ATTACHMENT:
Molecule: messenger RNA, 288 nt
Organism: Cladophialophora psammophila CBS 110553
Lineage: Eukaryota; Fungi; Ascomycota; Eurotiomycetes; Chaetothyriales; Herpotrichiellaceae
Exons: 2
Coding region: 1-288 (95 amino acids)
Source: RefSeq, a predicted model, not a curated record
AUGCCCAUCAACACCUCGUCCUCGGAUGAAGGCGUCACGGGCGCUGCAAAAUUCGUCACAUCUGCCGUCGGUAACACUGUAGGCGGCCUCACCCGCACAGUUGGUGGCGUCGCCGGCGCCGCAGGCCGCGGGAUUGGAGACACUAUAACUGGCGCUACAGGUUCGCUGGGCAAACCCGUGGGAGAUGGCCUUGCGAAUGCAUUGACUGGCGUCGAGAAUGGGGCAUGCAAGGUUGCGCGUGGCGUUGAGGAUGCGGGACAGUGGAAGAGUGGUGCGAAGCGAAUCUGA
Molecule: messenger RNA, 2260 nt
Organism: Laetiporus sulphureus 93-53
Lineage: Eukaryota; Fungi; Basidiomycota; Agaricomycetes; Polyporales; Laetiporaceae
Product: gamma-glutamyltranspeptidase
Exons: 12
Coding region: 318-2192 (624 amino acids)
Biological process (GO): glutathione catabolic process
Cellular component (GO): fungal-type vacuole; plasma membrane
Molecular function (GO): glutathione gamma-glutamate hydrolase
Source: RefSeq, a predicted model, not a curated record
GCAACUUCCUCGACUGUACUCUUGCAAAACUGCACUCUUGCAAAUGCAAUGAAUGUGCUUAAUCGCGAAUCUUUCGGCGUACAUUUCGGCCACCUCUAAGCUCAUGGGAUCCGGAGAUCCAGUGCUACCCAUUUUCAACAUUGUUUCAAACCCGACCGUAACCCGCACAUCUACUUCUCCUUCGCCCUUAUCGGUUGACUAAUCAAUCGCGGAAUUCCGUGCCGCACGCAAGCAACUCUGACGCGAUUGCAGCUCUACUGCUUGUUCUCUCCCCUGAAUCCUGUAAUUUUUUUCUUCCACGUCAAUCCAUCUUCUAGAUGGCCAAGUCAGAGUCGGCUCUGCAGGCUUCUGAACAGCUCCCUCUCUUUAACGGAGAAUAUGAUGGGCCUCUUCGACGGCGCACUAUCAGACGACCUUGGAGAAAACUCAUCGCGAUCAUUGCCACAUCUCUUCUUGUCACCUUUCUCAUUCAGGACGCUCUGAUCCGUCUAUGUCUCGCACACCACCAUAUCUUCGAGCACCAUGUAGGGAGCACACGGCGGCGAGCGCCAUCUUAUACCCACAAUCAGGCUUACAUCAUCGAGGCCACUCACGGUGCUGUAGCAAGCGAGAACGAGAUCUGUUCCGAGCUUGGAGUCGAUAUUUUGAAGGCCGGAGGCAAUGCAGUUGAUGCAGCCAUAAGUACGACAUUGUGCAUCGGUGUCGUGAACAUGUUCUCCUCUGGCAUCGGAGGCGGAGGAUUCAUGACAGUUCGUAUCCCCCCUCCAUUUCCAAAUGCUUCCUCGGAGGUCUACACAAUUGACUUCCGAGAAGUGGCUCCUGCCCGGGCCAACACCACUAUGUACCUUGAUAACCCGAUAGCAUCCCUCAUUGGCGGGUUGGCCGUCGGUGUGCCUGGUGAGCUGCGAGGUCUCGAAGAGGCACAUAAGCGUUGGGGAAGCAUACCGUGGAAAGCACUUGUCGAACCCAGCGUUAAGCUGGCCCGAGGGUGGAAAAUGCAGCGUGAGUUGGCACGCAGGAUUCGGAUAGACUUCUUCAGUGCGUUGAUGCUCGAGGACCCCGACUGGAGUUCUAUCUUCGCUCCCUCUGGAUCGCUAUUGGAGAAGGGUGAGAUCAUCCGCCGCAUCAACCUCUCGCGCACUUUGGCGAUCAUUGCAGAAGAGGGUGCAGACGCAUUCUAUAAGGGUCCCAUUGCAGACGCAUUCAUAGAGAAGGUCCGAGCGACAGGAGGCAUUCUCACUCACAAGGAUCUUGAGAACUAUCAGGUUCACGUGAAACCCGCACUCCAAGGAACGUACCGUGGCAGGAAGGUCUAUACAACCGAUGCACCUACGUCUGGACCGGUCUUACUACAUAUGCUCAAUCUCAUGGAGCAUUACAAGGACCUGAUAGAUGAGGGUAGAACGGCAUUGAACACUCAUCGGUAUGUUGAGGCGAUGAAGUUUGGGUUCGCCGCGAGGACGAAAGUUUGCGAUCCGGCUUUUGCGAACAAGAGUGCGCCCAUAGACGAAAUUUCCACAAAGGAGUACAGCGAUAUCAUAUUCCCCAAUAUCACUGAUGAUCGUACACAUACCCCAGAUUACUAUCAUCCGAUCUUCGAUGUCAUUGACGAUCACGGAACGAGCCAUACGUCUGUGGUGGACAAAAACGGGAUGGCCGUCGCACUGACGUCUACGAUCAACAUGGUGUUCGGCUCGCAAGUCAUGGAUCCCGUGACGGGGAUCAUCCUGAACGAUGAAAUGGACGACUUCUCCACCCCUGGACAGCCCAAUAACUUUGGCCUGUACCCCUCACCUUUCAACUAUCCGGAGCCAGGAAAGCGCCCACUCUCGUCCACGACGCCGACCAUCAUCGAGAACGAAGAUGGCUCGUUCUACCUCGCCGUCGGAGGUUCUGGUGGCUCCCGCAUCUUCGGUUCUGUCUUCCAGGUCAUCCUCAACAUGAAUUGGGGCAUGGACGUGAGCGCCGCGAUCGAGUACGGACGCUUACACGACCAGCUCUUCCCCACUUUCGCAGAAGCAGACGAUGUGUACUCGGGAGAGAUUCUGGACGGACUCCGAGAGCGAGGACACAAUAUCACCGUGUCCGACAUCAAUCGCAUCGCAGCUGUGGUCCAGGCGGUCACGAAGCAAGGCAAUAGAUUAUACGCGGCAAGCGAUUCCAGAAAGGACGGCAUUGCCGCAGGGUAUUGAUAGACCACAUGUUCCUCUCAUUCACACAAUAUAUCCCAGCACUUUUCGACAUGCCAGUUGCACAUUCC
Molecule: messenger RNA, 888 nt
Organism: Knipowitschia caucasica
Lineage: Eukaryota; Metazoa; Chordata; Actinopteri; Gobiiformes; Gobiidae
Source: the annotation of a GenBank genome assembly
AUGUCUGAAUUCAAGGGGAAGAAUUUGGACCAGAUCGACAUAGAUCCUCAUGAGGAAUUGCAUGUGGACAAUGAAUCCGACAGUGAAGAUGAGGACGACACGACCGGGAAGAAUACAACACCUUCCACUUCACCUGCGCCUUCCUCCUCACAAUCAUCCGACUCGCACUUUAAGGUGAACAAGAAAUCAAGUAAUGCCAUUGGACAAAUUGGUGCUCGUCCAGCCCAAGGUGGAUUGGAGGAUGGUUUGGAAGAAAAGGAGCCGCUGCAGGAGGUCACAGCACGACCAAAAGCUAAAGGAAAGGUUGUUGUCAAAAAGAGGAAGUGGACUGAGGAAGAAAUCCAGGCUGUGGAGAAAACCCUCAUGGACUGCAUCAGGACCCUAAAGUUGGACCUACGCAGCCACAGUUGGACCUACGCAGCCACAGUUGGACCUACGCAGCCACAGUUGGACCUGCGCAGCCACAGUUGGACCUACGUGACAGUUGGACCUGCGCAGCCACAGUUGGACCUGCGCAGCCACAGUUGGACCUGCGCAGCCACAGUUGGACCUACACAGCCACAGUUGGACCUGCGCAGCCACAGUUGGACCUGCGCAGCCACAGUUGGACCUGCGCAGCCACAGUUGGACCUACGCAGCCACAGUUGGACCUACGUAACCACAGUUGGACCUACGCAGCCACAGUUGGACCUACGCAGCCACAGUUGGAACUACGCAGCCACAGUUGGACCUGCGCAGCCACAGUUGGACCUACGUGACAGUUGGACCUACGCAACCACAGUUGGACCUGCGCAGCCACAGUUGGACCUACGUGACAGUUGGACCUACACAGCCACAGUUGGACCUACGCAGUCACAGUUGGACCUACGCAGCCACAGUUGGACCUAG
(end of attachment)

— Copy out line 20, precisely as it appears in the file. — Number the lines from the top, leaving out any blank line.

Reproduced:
Organism: Knipowitschia caucasica